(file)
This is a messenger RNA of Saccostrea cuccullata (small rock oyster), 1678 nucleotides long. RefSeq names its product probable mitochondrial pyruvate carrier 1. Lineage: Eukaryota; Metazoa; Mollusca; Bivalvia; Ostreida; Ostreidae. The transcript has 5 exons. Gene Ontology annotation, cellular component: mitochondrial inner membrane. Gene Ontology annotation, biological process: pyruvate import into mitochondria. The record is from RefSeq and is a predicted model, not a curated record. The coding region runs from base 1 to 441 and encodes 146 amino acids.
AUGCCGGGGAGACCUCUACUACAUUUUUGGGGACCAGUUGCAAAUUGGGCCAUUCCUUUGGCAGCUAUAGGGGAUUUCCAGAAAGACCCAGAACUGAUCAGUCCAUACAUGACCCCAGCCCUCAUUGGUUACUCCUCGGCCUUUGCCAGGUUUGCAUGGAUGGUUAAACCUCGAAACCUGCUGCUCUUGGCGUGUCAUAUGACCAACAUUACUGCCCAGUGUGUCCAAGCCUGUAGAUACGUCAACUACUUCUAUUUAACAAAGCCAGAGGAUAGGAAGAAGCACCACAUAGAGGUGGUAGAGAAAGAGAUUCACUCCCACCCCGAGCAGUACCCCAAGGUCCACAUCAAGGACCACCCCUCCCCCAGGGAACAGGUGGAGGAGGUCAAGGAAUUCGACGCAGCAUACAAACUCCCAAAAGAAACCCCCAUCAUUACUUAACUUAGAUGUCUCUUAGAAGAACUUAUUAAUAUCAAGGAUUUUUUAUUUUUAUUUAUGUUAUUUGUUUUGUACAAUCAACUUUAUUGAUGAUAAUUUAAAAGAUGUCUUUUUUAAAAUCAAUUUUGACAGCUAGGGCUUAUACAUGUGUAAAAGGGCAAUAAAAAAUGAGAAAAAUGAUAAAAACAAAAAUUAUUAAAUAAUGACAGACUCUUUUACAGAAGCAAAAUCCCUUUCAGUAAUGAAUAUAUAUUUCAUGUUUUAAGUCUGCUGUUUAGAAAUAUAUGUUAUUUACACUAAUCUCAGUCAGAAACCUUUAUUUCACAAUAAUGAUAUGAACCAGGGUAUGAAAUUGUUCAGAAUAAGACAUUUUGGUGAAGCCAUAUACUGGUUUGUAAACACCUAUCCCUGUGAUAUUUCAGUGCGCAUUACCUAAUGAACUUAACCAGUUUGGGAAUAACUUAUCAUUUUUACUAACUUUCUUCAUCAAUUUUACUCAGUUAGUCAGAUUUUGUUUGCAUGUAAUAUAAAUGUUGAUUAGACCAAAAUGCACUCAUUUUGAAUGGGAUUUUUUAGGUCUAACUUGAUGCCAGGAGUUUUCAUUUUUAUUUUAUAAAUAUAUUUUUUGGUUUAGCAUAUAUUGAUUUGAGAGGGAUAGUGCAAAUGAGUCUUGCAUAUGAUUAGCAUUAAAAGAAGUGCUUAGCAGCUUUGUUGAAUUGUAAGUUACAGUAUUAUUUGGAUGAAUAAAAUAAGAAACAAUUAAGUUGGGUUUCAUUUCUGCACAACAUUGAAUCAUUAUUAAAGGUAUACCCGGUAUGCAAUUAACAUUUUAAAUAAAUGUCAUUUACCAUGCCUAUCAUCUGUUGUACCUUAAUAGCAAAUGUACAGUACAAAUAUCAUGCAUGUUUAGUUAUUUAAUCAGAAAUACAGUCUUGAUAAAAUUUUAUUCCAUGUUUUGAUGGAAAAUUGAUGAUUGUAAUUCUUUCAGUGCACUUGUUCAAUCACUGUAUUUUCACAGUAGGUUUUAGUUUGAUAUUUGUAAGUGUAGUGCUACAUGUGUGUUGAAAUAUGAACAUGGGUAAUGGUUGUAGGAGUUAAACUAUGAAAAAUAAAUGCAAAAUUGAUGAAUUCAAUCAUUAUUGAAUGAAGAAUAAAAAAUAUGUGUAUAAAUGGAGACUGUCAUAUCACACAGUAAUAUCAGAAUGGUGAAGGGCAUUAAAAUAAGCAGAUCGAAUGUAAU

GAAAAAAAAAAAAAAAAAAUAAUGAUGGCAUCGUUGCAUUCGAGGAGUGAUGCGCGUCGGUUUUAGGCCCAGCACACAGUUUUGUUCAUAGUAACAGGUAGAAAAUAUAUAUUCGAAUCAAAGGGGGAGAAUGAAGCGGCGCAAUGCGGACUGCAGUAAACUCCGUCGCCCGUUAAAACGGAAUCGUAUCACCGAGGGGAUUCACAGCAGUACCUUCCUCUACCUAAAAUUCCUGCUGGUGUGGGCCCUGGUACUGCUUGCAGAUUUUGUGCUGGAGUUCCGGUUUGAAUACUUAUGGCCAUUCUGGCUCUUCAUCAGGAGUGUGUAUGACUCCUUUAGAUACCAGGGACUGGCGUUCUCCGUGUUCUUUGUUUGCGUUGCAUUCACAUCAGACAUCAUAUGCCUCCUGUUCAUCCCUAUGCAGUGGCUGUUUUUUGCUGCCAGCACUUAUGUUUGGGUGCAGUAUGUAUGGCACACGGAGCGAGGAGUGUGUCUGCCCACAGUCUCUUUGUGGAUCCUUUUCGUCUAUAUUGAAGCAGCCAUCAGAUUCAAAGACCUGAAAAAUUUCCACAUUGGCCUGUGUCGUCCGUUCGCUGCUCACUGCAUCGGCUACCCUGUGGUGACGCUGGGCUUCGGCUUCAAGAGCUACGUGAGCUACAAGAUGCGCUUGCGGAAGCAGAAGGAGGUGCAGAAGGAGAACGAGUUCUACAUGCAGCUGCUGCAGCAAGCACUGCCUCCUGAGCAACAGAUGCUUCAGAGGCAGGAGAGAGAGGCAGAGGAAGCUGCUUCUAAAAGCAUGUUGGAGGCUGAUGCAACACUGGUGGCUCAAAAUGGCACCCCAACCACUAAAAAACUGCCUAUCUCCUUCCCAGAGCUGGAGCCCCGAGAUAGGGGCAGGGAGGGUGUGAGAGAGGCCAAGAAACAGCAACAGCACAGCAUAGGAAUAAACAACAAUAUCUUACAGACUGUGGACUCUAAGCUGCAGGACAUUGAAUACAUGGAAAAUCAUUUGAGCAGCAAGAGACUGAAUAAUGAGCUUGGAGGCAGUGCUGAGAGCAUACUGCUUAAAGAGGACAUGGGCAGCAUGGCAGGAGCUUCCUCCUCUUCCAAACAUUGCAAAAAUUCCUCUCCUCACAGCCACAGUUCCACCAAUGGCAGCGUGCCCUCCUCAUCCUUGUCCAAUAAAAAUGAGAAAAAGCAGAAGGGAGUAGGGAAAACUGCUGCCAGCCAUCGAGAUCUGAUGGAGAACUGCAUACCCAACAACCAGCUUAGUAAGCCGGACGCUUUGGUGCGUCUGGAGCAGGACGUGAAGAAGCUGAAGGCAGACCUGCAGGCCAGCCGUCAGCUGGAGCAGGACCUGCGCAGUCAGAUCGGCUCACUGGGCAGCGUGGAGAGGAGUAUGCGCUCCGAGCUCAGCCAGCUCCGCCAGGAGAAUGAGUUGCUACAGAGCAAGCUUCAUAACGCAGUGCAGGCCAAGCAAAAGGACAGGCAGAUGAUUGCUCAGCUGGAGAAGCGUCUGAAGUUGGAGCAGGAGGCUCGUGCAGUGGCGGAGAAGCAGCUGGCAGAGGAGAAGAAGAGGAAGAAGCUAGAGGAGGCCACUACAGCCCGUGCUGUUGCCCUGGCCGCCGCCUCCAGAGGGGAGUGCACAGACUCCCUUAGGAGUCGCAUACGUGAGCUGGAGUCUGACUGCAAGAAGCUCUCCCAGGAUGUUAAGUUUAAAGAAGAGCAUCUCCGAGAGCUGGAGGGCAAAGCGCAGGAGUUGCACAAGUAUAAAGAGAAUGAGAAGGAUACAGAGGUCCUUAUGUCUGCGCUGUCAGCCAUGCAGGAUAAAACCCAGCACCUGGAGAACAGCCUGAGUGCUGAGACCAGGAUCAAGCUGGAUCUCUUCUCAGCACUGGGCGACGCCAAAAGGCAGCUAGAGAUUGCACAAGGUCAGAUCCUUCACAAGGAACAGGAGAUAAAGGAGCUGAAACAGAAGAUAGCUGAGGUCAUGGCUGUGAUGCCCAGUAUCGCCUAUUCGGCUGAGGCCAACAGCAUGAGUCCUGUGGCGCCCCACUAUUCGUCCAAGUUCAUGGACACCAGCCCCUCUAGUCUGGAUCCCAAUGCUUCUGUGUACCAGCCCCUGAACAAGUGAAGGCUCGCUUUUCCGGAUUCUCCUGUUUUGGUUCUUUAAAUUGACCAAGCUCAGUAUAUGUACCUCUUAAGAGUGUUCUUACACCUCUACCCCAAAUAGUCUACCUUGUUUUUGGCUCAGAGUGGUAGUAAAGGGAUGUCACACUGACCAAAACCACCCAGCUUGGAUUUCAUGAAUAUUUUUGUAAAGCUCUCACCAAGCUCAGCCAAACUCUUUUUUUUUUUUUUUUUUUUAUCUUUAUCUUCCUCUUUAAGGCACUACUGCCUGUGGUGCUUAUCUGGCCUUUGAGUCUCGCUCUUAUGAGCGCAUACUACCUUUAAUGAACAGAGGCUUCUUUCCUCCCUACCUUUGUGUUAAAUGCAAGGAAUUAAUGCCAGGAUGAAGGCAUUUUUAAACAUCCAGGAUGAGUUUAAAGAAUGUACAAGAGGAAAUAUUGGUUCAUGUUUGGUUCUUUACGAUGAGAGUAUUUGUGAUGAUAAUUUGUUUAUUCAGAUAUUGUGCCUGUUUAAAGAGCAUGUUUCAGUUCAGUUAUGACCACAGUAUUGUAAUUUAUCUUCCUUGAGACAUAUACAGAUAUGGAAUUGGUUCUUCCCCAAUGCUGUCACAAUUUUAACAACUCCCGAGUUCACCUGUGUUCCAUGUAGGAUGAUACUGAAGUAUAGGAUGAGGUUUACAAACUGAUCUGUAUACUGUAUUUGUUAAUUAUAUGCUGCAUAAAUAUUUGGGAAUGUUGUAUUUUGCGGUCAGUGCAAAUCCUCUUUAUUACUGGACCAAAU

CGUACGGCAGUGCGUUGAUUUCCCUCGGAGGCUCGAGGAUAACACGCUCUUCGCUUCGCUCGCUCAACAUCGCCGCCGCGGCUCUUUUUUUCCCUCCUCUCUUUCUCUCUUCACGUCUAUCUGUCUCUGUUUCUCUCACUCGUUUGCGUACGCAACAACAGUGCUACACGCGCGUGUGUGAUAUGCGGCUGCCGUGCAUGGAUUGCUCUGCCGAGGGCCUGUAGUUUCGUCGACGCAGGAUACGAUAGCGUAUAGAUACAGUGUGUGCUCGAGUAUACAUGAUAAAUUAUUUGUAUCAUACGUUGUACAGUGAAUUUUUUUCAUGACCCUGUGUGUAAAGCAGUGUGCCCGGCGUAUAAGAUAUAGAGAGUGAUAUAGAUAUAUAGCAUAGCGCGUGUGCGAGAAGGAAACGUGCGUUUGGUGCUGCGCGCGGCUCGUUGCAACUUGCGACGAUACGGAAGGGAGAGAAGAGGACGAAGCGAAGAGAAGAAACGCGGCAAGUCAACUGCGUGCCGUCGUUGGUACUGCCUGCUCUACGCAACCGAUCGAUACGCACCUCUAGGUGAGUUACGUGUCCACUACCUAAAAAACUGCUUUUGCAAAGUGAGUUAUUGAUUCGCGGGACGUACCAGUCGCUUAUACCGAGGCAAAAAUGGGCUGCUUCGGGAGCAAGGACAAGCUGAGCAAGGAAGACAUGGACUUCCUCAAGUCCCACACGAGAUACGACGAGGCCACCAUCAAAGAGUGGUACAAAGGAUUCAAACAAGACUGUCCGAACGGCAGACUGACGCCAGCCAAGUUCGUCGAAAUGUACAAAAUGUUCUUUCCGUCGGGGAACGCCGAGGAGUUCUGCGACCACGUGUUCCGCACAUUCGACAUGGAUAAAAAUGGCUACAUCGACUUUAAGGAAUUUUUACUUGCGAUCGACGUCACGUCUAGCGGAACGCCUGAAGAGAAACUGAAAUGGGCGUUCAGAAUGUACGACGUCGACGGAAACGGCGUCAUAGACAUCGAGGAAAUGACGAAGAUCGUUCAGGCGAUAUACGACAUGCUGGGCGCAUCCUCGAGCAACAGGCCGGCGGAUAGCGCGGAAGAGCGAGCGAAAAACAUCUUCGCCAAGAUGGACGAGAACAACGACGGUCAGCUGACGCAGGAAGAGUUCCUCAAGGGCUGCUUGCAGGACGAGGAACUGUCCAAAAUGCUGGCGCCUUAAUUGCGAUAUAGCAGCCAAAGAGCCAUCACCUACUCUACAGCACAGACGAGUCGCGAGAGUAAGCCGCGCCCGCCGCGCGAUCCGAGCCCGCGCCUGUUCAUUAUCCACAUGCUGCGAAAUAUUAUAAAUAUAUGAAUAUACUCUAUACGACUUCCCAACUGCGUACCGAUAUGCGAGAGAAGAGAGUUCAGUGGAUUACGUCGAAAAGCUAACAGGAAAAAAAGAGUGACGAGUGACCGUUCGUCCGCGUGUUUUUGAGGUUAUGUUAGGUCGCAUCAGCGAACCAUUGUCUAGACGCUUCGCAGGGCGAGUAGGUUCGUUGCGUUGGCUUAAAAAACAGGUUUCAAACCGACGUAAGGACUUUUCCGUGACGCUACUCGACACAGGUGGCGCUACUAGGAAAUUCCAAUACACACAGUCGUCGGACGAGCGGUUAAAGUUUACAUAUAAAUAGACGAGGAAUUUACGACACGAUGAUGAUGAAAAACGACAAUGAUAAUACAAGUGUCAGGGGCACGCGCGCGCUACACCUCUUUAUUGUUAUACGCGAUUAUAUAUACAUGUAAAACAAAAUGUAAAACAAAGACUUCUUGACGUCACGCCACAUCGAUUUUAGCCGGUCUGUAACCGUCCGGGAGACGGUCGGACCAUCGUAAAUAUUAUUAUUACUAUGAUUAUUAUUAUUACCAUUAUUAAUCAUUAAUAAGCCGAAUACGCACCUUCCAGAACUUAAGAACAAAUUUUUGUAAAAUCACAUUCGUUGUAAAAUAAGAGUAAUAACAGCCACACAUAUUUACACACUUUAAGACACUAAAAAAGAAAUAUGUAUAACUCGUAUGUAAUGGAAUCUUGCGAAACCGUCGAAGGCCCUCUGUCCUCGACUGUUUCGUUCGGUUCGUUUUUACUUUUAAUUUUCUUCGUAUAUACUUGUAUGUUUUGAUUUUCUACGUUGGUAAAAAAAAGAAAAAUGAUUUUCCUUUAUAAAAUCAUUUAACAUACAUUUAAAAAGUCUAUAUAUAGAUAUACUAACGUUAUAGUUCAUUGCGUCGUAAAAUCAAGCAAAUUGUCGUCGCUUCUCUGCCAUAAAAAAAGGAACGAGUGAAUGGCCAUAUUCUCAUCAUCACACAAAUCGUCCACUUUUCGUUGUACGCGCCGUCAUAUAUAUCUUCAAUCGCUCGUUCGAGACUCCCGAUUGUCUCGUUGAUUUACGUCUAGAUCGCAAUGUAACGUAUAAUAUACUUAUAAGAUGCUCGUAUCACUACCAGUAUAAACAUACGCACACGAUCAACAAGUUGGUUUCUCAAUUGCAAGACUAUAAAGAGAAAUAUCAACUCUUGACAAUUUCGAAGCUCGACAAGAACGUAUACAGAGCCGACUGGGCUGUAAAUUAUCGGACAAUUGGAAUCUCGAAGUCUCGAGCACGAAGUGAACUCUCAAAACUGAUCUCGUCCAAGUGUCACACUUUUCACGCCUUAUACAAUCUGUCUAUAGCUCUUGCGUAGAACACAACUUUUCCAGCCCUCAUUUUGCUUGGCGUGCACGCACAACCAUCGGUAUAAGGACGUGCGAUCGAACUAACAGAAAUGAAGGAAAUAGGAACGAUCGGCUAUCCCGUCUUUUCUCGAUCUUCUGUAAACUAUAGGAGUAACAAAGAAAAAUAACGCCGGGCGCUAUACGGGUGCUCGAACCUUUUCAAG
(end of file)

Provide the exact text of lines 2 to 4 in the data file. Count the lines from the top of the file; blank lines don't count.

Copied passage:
AUGCCGGGGAGACCUCUACUACAUUUUUGGGGACCAGUUGCAAAUUGGGCCAUUCCUUUGGCAGCUAUAGGGGAUUUCCAGAAAGACCCAGAACUGAUCAGUCCAUACAUGACCCCAGCCCUCAUUGGUUACUCCUCGGCCUUUGCCAGGUUUGCAUGGAUGGUUAAACCUCGAAACCUGCUGCUCUUGGCGUGUCAUAUGACCAACAUUACUGCCCAGUGUGUCCAAGCCUGUAGAUACGUCAACUACUUCUAUUUAACAAAGCCAGAGGAUAGGAAGAAGCACCACAUAGAGGUGGUAGAGAAAGAGAUUCACUCCCACCCCGAGCAGUACCCCAAGGUCCACAUCAAGGACCACCCCUCCCCCAGGGAACAGGUGGAGGAGGUCAAGGAAUUCGACGCAGCAUACAAACUCCCAAAAGAAACCCCCAUCAUUACUUAACUUAGAUGUCUCUUAGAAGAACUUAUUAAUAUCAAGGAUUUUUUAUUUUUAUUUAUGUUAUUUGUUUUGUACAAUCAACUUUAUUGAUGAUAAUUUAAAAGAUGUCUUUUUUAAAAUCAAUUUUGACAGCUAGGGCUUAUACAUGUGUAAAAGGGCAAUAAAAAAUGAGAAAAAUGAUAAAAACAAAAAUUAUUAAAUAAUGACAGACUCUUUUACAGAAGCAAAAUCCCUUUCAGUAAUGAAUAUAUAUUUCAUGUUUUAAGUCUGCUGUUUAGAAAUAUAUGUUAUUUACACUAAUCUCAGUCAGAAACCUUUAUUUCACAAUAAUGAUAUGAACCAGGGUAUGAAAUUGUUCAGAAUAAGACAUUUUGGUGAAGCCAUAUACUGGUUUGUAAACACCUAUCCCUGUGAUAUUUCAGUGCGCAUUACCUAAUGAACUUAACCAGUUUGGGAAUAACUUAUCAUUUUUACUAACUUUCUUCAUCAAUUUUACUCAGUUAGUCAGAUUUUGUUUGCAUGUAAUAUAAAUGUUGAUUAGACCAAAAUGCACUCAUUUUGAAUGGGAUUUUUUAGGUCUAACUUGAUGCCAGGAGUUUUCAUUUUUAUUUUAUAAAUAUAUUUUUUGGUUUAGCAUAUAUUGAUUUGAGAGGGAUAGUGCAAAUGAGUCUUGCAUAUGAUUAGCAUUAAAAGAAGUGCUUAGCAGCUUUGUUGAAUUGUAAGUUACAGUAUUAUUUGGAUGAAUAAAAUAAGAAACAAUUAAGUUGGGUUUCAUUUCUGCACAACAUUGAAUCAUUAUUAAAGGUAUACCCGGUAUGCAAUUAACAUUUUAAAUAAAUGUCAUUUACCAUGCCUAUCAUCUGUUGUACCUUAAUAGCAAAUGUACAGUACAAAUAUCAUGCAUGUUUAGUUAUUUAAUCAGAAAUACAGUCUUGAUAAAAUUUUAUUCCAUGUUUUGAUGGAAAAUUGAUGAUUGUAAUUCUUUCAGUGCACUUGUUCAAUCACUGUAUUUUCACAGUAGGUUUUAGUUUGAUAUUUGUAAGUGUAGUGCUACAUGUGUGUUGAAAUAUGAACAUGGGUAAUGGUUGUAGGAGUUAAACUAUGAAAAAUAAAUGCAAAAUUGAUGAAUUCAAUCAUUAUUGAAUGAAGAAUAAAAAAUAUGUGUAUAAAUGGAGACUGUCAUAUCACACAGUAAUAUCAGAAUGGUGAAGGGCAUUAAAAUAAGCAGAUCGAAUGUAAU

GAAAAAAAAAAAAAAAAAAUAAUGAUGGCAUCGUUGCAUUCGAGGAGUGAUGCGCGUCGGUUUUAGGCCCAGCACACAGUUUUGUUCAUAGUAACAGGUAGAAAAUAUAUAUUCGAAUCAAAGGGGGAGAAUGAAGCGGCGCAAUGCGGACUGCAGUAAACUCCGUCGCCCGUUAAAACGGAAUCGUAUCACCGAGGGGAUUCACAGCAGUACCUUCCUCUACCUAAAAUUCCUGCUGGUGUGGGCCCUGGUACUGCUUGCAGAUUUUGUGCUGGAGUUCCGGUUUGAAUACUUAUGGCCAUUCUGGCUCUUCAUCAGGAGUGUGUAUGACUCCUUUAGAUACCAGGGACUGGCGUUCUCCGUGUUCUUUGUUUGCGUUGCAUUCACAUCAGACAUCAUAUGCCUCCUGUUCAUCCCUAUGCAGUGGCUGUUUUUUGCUGCCAGCACUUAUGUUUGGGUGCAGUAUGUAUGGCACACGGAGCGAGGAGUGUGUCUGCCCACAGUCUCUUUGUGGAUCCUUUUCGUCUAUAUUGAAGCAGCCAUCAGAUUCAAAGACCUGAAAAAUUUCCACAUUGGCCUGUGUCGUCCGUUCGCUGCUCACUGCAUCGGCUACCCUGUGGUGACGCUGGGCUUCGGCUUCAAGAGCUACGUGAGCUACAAGAUGCGCUUGCGGAAGCAGAAGGAGGUGCAGAAGGAGAACGAGUUCUACAUGCAGCUGCUGCAGCAAGCACUGCCUCCUGAGCAACAGAUGCUUCAGAGGCAGGAGAGAGAGGCAGAGGAAGCUGCUUCUAAAAGCAUGUUGGAGGCUGAUGCAACACUGGUGGCUCAAAAUGGCACCCCAACCACUAAAAAACUGCCUAUCUCCUUCCCAGAGCUGGAGCCCCGAGAUAGGGGCAGGGAGGGUGUGAGAGAGGCCAAGAAACAGCAACAGCACAGCAUAGGAAUAAACAACAAUAUCUUACAGACUGUGGACUCUAAGCUGCAGGACAUUGAAUACAUGGAAAAUCAUUUGAGCAGCAAGAGACUGAAUAAUGAGCUUGGAGGCAGUGCUGAGAGCAUACUGCUUAAAGAGGACAUGGGCAGCAUGGCAGGAGCUUCCUCCUCUUCCAAACAUUGCAAAAAUUCCUCUCCUCACAGCCACAGUUCCACCAAUGGCAGCGUGCCCUCCUCAUCCUUGUCCAAUAAAAAUGAGAAAAAGCAGAAGGGAGUAGGGAAAACUGCUGCCAGCCAUCGAGAUCUGAUGGAGAACUGCAUACCCAACAACCAGCUUAGUAAGCCGGACGCUUUGGUGCGUCUGGAGCAGGACGUGAAGAAGCUGAAGGCAGACCUGCAGGCCAGCCGUCAGCUGGAGCAGGACCUGCGCAGUCAGAUCGGCUCACUGGGCAGCGUGGAGAGGAGUAUGCGCUCCGAGCUCAGCCAGCUCCGCCAGGAGAAUGAGUUGCUACAGAGCAAGCUUCAUAACGCAGUGCAGGCCAAGCAAAAGGACAGGCAGAUGAUUGCUCAGCUGGAGAAGCGUCUGAAGUUGGAGCAGGAGGCUCGUGCAGUGGCGGAGAAGCAGCUGGCAGAGGAGAAGAAGAGGAAGAAGCUAGAGGAGGCCACUACAGCCCGUGCUGUUGCCCUGGCCGCCGCCUCCAGAGGGGAGUGCACAGACUCCCUUAGGAGUCGCAUACGUGAGCUGGAGUCUGACUGCAAGAAGCUCUCCCAGGAUGUUAAGUUUAAAGAAGAGCAUCUCCGAGAGCUGGAGGGCAAAGCGCAGGAGUUGCACAAGUAUAAAGAGAAUGAGAAGGAUACAGAGGUCCUUAUGUCUGCGCUGUCAGCCAUGCAGGAUAAAACCCAGCACCUGGAGAACAGCCUGAGUGCUGAGACCAGGAUCAAGCUGGAUCUCUUCUCAGCACUGGGCGACGCCAAAAGGCAGCUAGAGAUUGCACAAGGUCAGAUCCUUCACAAGGAACAGGAGAUAAAGGAGCUGAAACAGAAGAUAGCUGAGGUCAUGGCUGUGAUGCCCAGUAUCGCCUAUUCGGCUGAGGCCAACAGCAUGAGUCCUGUGGCGCCCCACUAUUCGUCCAAGUUCAUGGACACCAGCCCCUCUAGUCUGGAUCCCAAUGCUUCUGUGUACCAGCCCCUGAACAAGUGAAGGCUCGCUUUUCCGGAUUCUCCUGUUUUGGUUCUUUAAAUUGACCAAGCUCAGUAUAUGUACCUCUUAAGAGUGUUCUUACACCUCUACCCCAAAUAGUCUACCUUGUUUUUGGCUCAGAGUGGUAGUAAAGGGAUGUCACACUGACCAAAACCACCCAGCUUGGAUUUCAUGAAUAUUUUUGUAAAGCUCUCACCAAGCUCAGCCAAACUCUUUUUUUUUUUUUUUUUUUUAUCUUUAUCUUCCUCUUUAAGGCACUACUGCCUGUGGUGCUUAUCUGGCCUUUGAGUCUCGCUCUUAUGAGCGCAUACUACCUUUAAUGAACAGAGGCUUCUUUCCUCCCUACCUUUGUGUUAAAUGCAAGGAAUUAAUGCCAGGAUGAAGGCAUUUUUAAACAUCCAGGAUGAGUUUAAAGAAUGUACAAGAGGAAAUAUUGGUUCAUGUUUGGUUCUUUACGAUGAGAGUAUUUGUGAUGAUAAUUUGUUUAUUCAGAUAUUGUGCCUGUUUAAAGAGCAUGUUUCAGUUCAGUUAUGACCACAGUAUUGUAAUUUAUCUUCCUUGAGACAUAUACAGAUAUGGAAUUGGUUCUUCCCCAAUGCUGUCACAAUUUUAACAACUCCCGAGUUCACCUGUGUUCCAUGUAGGAUGAUACUGAAGUAUAGGAUGAGGUUUACAAACUGAUCUGUAUACUGUAUUUGUUAAUUAUAUGCUGCAUAAAUAUUUGGGAAUGUUGUAUUUUGCGGUCAGUGCAAAUCCUCUUUAUUACUGGACCAAAU

CGUACGGCAGUGCGUUGAUUUCCCUCGGAGGCUCGAGGAUAACACGCUCUUCGCUUCGCUCGCUCAACAUCGCCGCCGCGGCUCUUUUUUUCCCUCCUCUCUUUCUCUCUUCACGUCUAUCUGUCUCUGUUUCUCUCACUCGUUUGCGUACGCAACAACAGUGCUACACGCGCGUGUGUGAUAUGCGGCUGCCGUGCAUGGAUUGCUCUGCCGAGGGCCUGUAGUUUCGUCGACGCAGGAUACGAUAGCGUAUAGAUACAGUGUGUGCUCGAGUAUACAUGAUAAAUUAUUUGUAUCAUACGUUGUACAGUGAAUUUUUUUCAUGACCCUGUGUGUAAAGCAGUGUGCCCGGCGUAUAAGAUAUAGAGAGUGAUAUAGAUAUAUAGCAUAGCGCGUGUGCGAGAAGGAAACGUGCGUUUGGUGCUGCGCGCGGCUCGUUGCAACUUGCGACGAUACGGAAGGGAGAGAAGAGGACGAAGCGAAGAGAAGAAACGCGGCAAGUCAACUGCGUGCCGUCGUUGGUACUGCCUGCUCUACGCAACCGAUCGAUACGCACCUCUAGGUGAGUUACGUGUCCACUACCUAAAAAACUGCUUUUGCAAAGUGAGUUAUUGAUUCGCGGGACGUACCAGUCGCUUAUACCGAGGCAAAAAUGGGCUGCUUCGGGAGCAAGGACAAGCUGAGCAAGGAAGACAUGGACUUCCUCAAGUCCCACACGAGAUACGACGAGGCCACCAUCAAAGAGUGGUACAAAGGAUUCAAACAAGACUGUCCGAACGGCAGACUGACGCCAGCCAAGUUCGUCGAAAUGUACAAAAUGUUCUUUCCGUCGGGGAACGCCGAGGAGUUCUGCGACCACGUGUUCCGCACAUUCGACAUGGAUAAAAAUGGCUACAUCGACUUUAAGGAAUUUUUACUUGCGAUCGACGUCACGUCUAGCGGAACGCCUGAAGAGAAACUGAAAUGGGCGUUCAGAAUGUACGACGUCGACGGAAACGGCGUCAUAGACAUCGAGGAAAUGACGAAGAUCGUUCAGGCGAUAUACGACAUGCUGGGCGCAUCCUCGAGCAACAGGCCGGCGGAUAGCGCGGAAGAGCGAGCGAAAAACAUCUUCGCCAAGAUGGACGAGAACAACGACGGUCAGCUGACGCAGGAAGAGUUCCUCAAGGGCUGCUUGCAGGACGAGGAACUGUCCAAAAUGCUGGCGCCUUAAUUGCGAUAUAGCAGCCAAAGAGCCAUCACCUACUCUACAGCACAGACGAGUCGCGAGAGUAAGCCGCGCCCGCCGCGCGAUCCGAGCCCGCGCCUGUUCAUUAUCCACAUGCUGCGAAAUAUUAUAAAUAUAUGAAUAUACUCUAUACGACUUCCCAACUGCGUACCGAUAUGCGAGAGAAGAGAGUUCAGUGGAUUACGUCGAAAAGCUAACAGGAAAAAAAGAGUGACGAGUGACCGUUCGUCCGCGUGUUUUUGAGGUUAUGUUAGGUCGCAUCAGCGAACCAUUGUCUAGACGCUUCGCAGGGCGAGUAGGUUCGUUGCGUUGGCUUAAAAAACAGGUUUCAAACCGACGUAAGGACUUUUCCGUGACGCUACUCGACACAGGUGGCGCUACUAGGAAAUUCCAAUACACACAGUCGUCGGACGAGCGGUUAAAGUUUACAUAUAAAUAGACGAGGAAUUUACGACACGAUGAUGAUGAAAAACGACAAUGAUAAUACAAGUGUCAGGGGCACGCGCGCGCUACACCUCUUUAUUGUUAUACGCGAUUAUAUAUACAUGUAAAACAAAAUGUAAAACAAAGACUUCUUGACGUCACGCCACAUCGAUUUUAGCCGGUCUGUAACCGUCCGGGAGACGGUCGGACCAUCGUAAAUAUUAUUAUUACUAUGAUUAUUAUUAUUACCAUUAUUAAUCAUUAAUAAGCCGAAUACGCACCUUCCAGAACUUAAGAACAAAUUUUUGUAAAAUCACAUUCGUUGUAAAAUAAGAGUAAUAACAGCCACACAUAUUUACACACUUUAAGACACUAAAAAAGAAAUAUGUAUAACUCGUAUGUAAUGGAAUCUUGCGAAACCGUCGAAGGCCCUCUGUCCUCGACUGUUUCGUUCGGUUCGUUUUUACUUUUAAUUUUCUUCGUAUAUACUUGUAUGUUUUGAUUUUCUACGUUGGUAAAAAAAAGAAAAAUGAUUUUCCUUUAUAAAAUCAUUUAACAUACAUUUAAAAAGUCUAUAUAUAGAUAUACUAACGUUAUAGUUCAUUGCGUCGUAAAAUCAAGCAAAUUGUCGUCGCUUCUCUGCCAUAAAAAAAGGAACGAGUGAAUGGCCAUAUUCUCAUCAUCACACAAAUCGUCCACUUUUCGUUGUACGCGCCGUCAUAUAUAUCUUCAAUCGCUCGUUCGAGACUCCCGAUUGUCUCGUUGAUUUACGUCUAGAUCGCAAUGUAACGUAUAAUAUACUUAUAAGAUGCUCGUAUCACUACCAGUAUAAACAUACGCACACGAUCAACAAGUUGGUUUCUCAAUUGCAAGACUAUAAAGAGAAAUAUCAACUCUUGACAAUUUCGAAGCUCGACAAGAACGUAUACAGAGCCGACUGGGCUGUAAAUUAUCGGACAAUUGGAAUCUCGAAGUCUCGAGCACGAAGUGAACUCUCAAAACUGAUCUCGUCCAAGUGUCACACUUUUCACGCCUUAUACAAUCUGUCUAUAGCUCUUGCGUAGAACACAACUUUUCCAGCCCUCAUUUUGCUUGGCGUGCACGCACAACCAUCGGUAUAAGGACGUGCGAUCGAACUAACAGAAAUGAAGGAAAUAGGAACGAUCGGCUAUCCCGUCUUUUCUCGAUCUUCUGUAAACUAUAGGAGUAACAAAGAAAAAUAACGCCGGGCGCUAUACGGGUGCUCGAACCUUUUCAAG